On Jan. 28 the rains began. Less than 24 hours later, while they were sleeping, Emelda and her family were left homeless after a wall from their house collapsed due to the torrential downpours in Chainda, Zambia.
According to Emelda, this rainy season has been the most violent she can remember. "I heard a loud bang and then the wall fell away. I rushed to grab my youngest daughter who started getting wet as the rain came in the house," Emelda said.
By Kirsten Hongisto, Regional Communications Manager
Harsh weather conditions including frigid temperatures and heavy snows over the past two months have lead to hundreds of deaths-- mostly children and the elderly- in Afghanistan. Many families do not have the resources to stay warm or are trapped by the snow.
CCF is helping Kenya in the wake of post-election violence by partnering with other humanitarian agencies to conduct a sexual violence assessment in the most affected areas of the country.
Spearheaded by U.N.
By Jane Nandawula Okumu, Communications Manager for CCF-Uganda
Forty-year-old John had looked forward to the Kenyan elections. The father of six and owner of a small shop a few miles from the Ugandan border, he had no reason to suspect the elections would go horribly wrong or that he and his family would become refugees, fleeing the violence.
"On the 27th of December, my family and I were indoors listening to the election result announcements on the radio. On the 28th, we fled," John said.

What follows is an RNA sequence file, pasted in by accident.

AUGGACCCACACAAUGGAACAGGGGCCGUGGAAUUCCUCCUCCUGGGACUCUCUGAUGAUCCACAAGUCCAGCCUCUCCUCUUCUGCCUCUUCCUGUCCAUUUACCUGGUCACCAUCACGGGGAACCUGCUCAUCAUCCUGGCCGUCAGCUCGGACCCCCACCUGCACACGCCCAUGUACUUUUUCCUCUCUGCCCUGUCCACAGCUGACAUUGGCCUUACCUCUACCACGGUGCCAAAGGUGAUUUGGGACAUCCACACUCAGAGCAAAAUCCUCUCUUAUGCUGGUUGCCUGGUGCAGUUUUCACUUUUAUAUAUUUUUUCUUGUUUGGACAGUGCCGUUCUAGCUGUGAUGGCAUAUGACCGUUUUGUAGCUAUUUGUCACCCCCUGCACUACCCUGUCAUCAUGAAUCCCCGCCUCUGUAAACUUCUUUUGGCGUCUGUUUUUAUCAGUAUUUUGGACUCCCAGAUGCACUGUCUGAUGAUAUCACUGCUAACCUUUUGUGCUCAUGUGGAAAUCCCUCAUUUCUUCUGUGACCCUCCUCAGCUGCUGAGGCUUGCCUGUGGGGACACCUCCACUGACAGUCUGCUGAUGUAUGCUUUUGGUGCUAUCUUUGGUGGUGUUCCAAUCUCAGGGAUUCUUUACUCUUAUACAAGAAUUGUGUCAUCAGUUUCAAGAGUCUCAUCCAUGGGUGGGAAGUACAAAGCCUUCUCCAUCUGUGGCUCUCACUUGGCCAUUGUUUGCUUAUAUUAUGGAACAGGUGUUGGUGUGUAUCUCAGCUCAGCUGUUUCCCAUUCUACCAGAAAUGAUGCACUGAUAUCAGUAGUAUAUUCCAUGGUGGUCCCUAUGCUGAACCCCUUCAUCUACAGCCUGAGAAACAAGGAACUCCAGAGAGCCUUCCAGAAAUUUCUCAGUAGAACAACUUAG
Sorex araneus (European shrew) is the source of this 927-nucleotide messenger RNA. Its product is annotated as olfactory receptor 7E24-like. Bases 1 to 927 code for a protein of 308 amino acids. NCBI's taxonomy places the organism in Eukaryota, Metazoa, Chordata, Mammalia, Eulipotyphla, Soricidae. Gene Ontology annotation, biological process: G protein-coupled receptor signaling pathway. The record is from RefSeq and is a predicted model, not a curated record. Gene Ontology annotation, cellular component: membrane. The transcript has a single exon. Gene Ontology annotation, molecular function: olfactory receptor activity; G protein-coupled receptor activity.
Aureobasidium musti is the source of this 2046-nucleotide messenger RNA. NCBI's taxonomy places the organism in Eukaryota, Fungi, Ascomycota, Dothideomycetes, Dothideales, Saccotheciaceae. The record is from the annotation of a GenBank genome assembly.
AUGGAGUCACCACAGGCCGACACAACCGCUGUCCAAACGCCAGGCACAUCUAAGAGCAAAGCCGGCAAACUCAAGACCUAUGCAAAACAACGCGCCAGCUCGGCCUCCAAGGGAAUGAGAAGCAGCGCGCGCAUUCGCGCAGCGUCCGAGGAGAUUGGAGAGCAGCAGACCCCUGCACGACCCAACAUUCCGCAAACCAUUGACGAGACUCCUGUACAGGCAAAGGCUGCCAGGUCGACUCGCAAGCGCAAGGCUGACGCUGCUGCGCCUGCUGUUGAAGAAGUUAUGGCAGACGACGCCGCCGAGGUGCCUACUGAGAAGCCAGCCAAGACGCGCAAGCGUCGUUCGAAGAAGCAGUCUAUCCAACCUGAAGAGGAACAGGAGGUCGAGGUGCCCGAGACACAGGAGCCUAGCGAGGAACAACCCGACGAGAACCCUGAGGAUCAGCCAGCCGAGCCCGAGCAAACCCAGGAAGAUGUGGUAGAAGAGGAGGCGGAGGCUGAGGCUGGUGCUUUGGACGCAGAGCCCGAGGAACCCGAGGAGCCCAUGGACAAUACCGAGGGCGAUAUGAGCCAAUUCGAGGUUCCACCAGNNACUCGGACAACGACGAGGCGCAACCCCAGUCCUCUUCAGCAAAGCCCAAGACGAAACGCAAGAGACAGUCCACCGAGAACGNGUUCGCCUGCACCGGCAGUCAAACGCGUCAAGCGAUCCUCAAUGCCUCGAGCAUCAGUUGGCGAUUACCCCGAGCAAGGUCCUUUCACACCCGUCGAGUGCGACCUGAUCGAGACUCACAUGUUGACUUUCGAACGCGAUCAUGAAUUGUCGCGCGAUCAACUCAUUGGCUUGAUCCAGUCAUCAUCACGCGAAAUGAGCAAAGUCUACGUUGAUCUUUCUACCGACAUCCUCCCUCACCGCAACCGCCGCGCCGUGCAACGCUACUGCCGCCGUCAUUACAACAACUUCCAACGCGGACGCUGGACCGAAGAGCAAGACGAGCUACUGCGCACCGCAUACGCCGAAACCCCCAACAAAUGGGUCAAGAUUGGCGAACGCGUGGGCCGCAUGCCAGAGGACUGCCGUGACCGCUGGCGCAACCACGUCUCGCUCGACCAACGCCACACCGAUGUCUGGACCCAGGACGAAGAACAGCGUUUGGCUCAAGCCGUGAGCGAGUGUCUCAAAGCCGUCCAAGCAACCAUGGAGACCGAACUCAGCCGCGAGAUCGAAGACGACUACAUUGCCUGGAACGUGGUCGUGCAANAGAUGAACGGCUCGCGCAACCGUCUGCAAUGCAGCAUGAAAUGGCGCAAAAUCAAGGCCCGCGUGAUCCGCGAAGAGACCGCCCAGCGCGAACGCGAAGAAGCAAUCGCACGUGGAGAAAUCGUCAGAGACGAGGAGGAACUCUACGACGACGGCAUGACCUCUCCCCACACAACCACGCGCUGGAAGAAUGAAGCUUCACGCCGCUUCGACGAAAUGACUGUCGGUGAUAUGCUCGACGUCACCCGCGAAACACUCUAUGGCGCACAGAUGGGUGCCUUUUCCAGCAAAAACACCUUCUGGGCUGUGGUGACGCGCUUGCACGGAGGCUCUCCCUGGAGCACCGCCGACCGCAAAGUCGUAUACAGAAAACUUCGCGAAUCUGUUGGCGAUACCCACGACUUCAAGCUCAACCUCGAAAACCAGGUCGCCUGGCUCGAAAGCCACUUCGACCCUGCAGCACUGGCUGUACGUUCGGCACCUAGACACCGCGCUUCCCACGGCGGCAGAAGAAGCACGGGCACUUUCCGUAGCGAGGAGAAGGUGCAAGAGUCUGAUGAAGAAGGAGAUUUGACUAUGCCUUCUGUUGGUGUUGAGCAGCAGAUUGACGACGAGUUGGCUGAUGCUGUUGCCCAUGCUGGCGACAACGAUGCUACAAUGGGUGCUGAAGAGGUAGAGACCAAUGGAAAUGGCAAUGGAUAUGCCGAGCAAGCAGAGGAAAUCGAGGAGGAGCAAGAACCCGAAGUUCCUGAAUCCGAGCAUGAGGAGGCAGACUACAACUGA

In light of the violence that has broken out in post-election Kenya, CCF-Kenya National Director, Dennis O'Brien, met to debrief staff at the Richmond office on Jan. 29. O'Brien discussed the volatile state of Kenya and the current status of staff and CCF-assisted families.
Deep creases in Mary's forehead reveal her concern for her children. Mary has two children with mental disabilities and two children she took in from the streets. She was already struggling to care for her family when post-election violence broke out in Nairobi, Kenya.
Late one night she and her family packed their few belongings and fled their home in the slums of Nairobi due to increased violence in their community.
Security continues to be a top concern in Kenya as violence stemming from the Dec. 27 presidential election continues.
CCF staff in Nairobi report that ethnic tension is high which severely restricts movement within the slum areas. Informal road blocks slow the movement of minority ethnic groups to other slums.
Heavy snows combined with cold temperatures have hit north eastern Afghanistan, especially Takhar province where CCF has been working for the last six years.
The instability and violence stemming from the Dec. 27 presidential elections in Kenya is continuing to present security issues for many Kenyans. CCF's national office in Nairobi is now open, although the security situation remains volatile. CCF staff have been hindered in traveling to the program areas.
'The security of our staff is of utmost importance,' CCF President and CEO Anne Lynam Goddard said. 'In order to properly support families and children, we must first ensure the safety of our staff.